Yesterday, Rep. Jeb Hensarling, a staunch fiscal conservative who's co-chairing the deficit supercommittee, chided Democrats for refusing to consider a Medicare reform plan with bipartisan origins:
Rep. Jeb Hensarling said he believes Democrats "have negotiated in good faith" but so far they have not produced a plan that fundamentally addresses the major drivers of the debt: Medicare, Medicaid and health care.
"Republicans put a plan on the table that solved the problem," Hensarling, R-Texas, said. "They rejected it and we said, ‘O.K., if you don't like our plan, how about a bipartisan plan?' We would be willing to negotiate around the Rivlin-Domenici Medicare plan. It's not our version, it's a bipartisan version. That's something maybe we could meet on [but] we haven't seen that."
I don't know whether it would "solve the problem," but Hensarling is right that the Rivlin-Domenici plan is a bipartisan one. Devised by Clinton budget director Alice Rivlin and former Republican senator Pete Domenici (who are members of the Bipartisan Policy Center), the plan isn't perfect, but it represents a credible strategy for reforming Medicare to improve quality and control government spending. The basic idea would be to introduce market forces into the insurance market for seniors by capping spending growth and allowing private plans to bid against traditional Medicare to offer insurance in a gven area.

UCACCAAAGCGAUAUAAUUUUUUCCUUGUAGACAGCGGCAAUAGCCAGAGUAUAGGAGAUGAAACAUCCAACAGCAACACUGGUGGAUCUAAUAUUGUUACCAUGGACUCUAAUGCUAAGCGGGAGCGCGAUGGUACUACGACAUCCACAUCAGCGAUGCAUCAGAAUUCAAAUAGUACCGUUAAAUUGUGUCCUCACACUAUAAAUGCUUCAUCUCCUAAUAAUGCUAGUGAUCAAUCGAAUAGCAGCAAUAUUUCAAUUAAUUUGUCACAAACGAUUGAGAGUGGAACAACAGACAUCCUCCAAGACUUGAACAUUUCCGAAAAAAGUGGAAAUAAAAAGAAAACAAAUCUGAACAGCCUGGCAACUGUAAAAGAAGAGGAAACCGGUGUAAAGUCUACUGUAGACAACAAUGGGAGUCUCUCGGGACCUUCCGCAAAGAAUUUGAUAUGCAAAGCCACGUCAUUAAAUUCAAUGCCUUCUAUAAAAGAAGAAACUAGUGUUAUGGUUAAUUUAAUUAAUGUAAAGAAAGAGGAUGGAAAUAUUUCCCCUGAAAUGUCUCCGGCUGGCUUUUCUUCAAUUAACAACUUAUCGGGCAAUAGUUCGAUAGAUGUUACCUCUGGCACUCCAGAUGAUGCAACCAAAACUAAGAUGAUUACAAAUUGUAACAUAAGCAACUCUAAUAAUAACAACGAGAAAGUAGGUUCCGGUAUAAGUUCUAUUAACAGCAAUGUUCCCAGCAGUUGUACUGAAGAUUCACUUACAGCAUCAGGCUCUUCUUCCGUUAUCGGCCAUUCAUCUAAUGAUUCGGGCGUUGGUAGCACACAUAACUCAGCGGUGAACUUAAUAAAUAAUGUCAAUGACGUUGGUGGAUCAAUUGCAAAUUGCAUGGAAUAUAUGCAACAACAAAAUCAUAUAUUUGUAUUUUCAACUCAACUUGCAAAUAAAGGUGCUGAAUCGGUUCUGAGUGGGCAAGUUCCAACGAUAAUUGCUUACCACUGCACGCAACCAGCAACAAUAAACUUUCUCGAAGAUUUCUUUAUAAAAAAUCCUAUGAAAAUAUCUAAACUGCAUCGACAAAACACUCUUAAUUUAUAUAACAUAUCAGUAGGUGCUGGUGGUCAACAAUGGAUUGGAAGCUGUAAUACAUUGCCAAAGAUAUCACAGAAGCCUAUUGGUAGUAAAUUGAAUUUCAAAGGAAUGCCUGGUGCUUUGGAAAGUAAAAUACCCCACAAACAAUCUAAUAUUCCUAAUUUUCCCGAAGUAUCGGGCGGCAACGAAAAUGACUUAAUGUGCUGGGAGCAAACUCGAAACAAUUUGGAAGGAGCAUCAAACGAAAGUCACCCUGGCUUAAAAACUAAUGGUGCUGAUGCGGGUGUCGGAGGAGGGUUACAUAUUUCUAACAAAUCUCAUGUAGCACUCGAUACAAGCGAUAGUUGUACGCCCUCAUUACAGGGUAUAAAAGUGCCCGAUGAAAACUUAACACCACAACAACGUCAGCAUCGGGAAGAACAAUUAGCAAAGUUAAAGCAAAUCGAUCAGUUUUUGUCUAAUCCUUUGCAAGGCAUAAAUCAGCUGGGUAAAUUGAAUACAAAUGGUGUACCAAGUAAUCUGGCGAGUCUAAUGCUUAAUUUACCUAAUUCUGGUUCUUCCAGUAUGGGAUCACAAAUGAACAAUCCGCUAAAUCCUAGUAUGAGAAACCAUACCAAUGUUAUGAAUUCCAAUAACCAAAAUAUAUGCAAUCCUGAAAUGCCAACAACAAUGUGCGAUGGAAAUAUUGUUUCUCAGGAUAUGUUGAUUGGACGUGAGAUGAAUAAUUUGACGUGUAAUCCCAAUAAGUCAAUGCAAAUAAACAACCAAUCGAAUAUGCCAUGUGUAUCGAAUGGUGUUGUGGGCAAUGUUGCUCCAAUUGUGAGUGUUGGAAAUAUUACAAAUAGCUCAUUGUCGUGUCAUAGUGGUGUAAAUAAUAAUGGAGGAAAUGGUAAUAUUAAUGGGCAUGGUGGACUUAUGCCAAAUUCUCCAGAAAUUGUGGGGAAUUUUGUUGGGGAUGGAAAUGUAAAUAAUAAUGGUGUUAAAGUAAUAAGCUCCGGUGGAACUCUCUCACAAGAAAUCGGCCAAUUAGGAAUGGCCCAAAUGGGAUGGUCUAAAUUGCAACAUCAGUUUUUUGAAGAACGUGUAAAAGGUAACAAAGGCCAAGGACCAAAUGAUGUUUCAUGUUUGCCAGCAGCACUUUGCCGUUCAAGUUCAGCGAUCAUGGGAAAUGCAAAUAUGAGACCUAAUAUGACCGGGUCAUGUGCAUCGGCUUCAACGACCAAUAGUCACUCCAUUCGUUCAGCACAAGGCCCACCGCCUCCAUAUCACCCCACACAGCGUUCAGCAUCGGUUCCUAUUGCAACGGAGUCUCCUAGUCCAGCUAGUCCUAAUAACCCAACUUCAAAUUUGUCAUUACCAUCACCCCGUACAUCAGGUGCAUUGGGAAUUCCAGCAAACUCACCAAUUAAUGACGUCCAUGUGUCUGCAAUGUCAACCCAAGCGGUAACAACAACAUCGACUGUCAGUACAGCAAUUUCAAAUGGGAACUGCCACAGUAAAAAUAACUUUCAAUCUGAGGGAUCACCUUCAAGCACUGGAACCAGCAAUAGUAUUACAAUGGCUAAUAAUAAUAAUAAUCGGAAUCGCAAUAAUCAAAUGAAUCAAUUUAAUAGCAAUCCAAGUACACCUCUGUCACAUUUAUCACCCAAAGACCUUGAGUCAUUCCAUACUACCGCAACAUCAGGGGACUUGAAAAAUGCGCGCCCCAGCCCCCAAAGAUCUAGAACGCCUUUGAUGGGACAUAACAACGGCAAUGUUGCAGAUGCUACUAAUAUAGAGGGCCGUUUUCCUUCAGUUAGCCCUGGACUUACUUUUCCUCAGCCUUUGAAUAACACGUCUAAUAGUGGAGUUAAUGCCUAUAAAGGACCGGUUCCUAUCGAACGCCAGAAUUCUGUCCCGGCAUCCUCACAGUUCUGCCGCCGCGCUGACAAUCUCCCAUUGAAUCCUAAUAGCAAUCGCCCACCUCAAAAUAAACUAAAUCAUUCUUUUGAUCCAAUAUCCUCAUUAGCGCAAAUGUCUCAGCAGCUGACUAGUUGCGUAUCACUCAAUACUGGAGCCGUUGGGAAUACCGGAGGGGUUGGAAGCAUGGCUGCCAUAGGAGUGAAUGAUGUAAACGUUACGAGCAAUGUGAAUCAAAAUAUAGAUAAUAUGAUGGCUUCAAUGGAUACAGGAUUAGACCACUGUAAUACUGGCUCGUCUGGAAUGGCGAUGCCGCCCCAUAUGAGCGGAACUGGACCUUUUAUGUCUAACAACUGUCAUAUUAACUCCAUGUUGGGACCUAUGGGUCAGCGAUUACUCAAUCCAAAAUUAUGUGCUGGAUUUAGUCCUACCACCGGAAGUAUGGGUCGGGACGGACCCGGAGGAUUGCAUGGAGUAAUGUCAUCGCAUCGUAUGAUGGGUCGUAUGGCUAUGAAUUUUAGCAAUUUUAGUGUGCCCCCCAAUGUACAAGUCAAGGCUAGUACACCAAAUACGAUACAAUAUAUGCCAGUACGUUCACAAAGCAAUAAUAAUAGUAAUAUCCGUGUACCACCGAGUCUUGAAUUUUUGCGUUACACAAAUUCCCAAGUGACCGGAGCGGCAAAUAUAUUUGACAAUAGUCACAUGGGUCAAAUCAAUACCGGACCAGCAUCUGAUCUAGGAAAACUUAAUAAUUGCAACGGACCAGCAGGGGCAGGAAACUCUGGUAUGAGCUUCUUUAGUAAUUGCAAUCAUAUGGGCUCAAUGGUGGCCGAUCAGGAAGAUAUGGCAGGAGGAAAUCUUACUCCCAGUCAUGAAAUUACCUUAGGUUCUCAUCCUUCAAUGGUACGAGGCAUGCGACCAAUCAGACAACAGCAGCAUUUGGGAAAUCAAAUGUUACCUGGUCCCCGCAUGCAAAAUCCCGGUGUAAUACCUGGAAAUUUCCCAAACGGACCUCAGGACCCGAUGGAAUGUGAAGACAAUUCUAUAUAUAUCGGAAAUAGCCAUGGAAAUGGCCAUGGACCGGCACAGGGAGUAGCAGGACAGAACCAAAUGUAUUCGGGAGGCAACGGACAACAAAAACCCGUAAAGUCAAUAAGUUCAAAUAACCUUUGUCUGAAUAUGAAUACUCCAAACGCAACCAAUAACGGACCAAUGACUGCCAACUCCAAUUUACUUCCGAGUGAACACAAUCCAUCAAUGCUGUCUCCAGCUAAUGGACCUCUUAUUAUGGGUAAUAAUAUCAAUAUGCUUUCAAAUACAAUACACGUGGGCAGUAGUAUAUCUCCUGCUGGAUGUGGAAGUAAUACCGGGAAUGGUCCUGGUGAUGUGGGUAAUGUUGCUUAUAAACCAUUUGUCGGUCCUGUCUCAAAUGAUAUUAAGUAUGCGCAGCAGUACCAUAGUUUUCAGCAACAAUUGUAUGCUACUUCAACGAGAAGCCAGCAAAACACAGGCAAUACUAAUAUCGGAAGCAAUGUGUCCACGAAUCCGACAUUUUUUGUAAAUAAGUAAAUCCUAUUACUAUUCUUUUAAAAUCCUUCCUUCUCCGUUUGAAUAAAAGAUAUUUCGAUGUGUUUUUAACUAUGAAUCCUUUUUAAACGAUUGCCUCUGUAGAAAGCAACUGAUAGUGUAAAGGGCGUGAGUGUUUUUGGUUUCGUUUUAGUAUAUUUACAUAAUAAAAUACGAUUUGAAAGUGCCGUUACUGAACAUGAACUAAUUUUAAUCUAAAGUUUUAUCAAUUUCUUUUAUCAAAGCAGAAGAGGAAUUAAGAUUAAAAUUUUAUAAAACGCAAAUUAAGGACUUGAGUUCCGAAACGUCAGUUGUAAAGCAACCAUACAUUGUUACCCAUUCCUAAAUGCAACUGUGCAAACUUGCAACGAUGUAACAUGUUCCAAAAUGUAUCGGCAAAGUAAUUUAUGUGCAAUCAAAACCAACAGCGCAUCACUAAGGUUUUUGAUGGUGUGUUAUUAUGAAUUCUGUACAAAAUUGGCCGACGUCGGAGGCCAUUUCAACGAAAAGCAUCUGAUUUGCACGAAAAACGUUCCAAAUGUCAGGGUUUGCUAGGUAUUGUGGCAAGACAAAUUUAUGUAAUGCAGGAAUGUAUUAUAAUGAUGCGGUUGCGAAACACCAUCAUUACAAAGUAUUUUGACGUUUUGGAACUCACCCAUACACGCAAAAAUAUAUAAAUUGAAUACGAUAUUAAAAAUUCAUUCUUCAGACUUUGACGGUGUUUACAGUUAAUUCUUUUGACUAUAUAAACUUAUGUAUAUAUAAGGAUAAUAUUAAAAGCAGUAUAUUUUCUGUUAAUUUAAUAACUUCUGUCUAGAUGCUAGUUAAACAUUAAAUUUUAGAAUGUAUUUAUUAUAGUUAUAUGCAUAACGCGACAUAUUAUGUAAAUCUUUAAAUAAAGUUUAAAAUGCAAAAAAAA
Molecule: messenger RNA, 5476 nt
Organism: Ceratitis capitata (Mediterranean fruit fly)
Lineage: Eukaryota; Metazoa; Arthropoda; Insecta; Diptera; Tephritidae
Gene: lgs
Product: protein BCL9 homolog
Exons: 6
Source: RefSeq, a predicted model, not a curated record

Hensarling has introduced the Rivlin-Domenici plan in supercommittee negotiations because it really could be a useful compromise point. In other words, it would address the debt problem in a way that could be acceptable to both Republicans and Democrats.
It's worth noting that Mitt Romney's platform for reforming Medicare is very similar to the Rivlin-Domenici model, meaning that Hensarling is probably on the same page as Romney. One major difference between Hensarling's and Romney's support for this particular approach is that Hensarling is proposing it as a final compromise. It's Romney's opening bid.
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